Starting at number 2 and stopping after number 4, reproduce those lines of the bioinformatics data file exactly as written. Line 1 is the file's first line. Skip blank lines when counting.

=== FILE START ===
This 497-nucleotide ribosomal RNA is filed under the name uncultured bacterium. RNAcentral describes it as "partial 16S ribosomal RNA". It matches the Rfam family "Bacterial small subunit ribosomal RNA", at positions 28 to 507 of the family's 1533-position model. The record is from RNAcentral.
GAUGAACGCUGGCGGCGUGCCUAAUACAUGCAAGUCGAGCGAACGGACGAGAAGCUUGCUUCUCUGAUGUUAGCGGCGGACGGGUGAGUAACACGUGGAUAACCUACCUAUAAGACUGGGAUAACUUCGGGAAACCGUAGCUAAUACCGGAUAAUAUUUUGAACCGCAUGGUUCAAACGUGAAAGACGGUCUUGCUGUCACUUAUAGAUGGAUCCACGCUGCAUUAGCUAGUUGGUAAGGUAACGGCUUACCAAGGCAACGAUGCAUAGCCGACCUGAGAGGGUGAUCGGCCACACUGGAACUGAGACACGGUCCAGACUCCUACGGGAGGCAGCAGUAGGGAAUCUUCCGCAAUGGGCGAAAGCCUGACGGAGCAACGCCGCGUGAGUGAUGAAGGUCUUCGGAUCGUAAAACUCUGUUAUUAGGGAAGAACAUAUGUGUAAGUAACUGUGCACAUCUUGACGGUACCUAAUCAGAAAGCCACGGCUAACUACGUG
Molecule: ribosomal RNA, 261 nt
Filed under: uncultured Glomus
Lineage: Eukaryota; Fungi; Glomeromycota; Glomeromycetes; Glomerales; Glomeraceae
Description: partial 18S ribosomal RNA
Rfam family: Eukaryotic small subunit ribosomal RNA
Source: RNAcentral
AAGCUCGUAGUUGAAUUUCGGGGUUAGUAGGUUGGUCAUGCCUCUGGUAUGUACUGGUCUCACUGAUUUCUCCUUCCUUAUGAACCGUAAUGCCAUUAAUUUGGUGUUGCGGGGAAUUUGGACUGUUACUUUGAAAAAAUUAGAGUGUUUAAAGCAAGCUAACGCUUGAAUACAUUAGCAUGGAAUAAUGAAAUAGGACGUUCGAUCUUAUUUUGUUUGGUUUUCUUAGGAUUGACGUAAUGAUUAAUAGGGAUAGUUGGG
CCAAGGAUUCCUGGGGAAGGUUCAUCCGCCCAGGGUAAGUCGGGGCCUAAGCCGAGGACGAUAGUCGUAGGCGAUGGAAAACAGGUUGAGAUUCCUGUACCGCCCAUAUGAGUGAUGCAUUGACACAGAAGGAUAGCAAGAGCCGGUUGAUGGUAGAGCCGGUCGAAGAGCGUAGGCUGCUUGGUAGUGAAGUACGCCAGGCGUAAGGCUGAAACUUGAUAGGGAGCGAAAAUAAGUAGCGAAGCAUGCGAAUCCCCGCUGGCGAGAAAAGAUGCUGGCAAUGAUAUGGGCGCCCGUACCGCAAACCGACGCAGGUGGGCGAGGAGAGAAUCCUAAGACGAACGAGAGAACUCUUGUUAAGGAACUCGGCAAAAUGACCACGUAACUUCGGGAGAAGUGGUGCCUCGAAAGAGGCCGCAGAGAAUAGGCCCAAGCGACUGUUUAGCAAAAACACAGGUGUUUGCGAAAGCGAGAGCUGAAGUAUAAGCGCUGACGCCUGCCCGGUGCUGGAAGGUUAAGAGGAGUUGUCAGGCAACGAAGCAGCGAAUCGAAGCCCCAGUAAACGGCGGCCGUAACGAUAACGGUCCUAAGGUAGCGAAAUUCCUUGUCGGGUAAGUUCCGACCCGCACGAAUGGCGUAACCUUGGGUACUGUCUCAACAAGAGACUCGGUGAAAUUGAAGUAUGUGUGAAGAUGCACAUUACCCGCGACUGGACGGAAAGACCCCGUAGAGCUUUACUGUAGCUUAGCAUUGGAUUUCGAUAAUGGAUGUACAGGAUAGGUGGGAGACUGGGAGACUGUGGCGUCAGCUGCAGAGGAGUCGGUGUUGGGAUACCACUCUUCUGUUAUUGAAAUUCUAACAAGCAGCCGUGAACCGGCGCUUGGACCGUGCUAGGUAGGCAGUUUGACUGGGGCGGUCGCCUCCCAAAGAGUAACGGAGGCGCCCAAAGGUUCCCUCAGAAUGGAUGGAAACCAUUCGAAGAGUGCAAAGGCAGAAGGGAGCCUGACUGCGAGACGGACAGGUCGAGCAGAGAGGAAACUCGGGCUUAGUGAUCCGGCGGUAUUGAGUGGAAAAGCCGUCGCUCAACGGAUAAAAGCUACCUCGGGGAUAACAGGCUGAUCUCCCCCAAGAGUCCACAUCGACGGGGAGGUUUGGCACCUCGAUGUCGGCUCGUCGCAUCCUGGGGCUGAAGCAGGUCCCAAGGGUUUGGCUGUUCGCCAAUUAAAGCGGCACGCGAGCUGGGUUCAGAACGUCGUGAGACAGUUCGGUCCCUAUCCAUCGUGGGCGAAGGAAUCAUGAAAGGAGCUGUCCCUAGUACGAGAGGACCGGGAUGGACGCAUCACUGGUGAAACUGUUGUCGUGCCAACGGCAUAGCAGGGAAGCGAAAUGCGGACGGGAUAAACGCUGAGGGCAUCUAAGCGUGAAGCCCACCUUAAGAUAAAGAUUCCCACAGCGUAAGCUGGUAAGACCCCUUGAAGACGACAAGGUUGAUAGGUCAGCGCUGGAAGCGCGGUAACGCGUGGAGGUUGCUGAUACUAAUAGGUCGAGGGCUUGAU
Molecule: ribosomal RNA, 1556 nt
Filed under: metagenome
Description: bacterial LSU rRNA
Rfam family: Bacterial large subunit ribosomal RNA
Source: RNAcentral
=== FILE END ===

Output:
GAUGAACGCUGGCGGCGUGCCUAAUACAUGCAAGUCGAGCGAACGGACGAGAAGCUUGCUUCUCUGAUGUUAGCGGCGGACGGGUGAGUAACACGUGGAUAACCUACCUAUAAGACUGGGAUAACUUCGGGAAACCGUAGCUAAUACCGGAUAAUAUUUUGAACCGCAUGGUUCAAACGUGAAAGACGGUCUUGCUGUCACUUAUAGAUGGAUCCACGCUGCAUUAGCUAGUUGGUAAGGUAACGGCUUACCAAGGCAACGAUGCAUAGCCGACCUGAGAGGGUGAUCGGCCACACUGGAACUGAGACACGGUCCAGACUCCUACGGGAGGCAGCAGUAGGGAAUCUUCCGCAAUGGGCGAAAGCCUGACGGAGCAACGCCGCGUGAGUGAUGAAGGUCUUCGGAUCGUAAAACUCUGUUAUUAGGGAAGAACAUAUGUGUAAGUAACUGUGCACAUCUUGACGGUACCUAAUCAGAAAGCCACGGCUAACUACGUG
Molecule: ribosomal RNA, 261 nt
Filed under: uncultured Glomus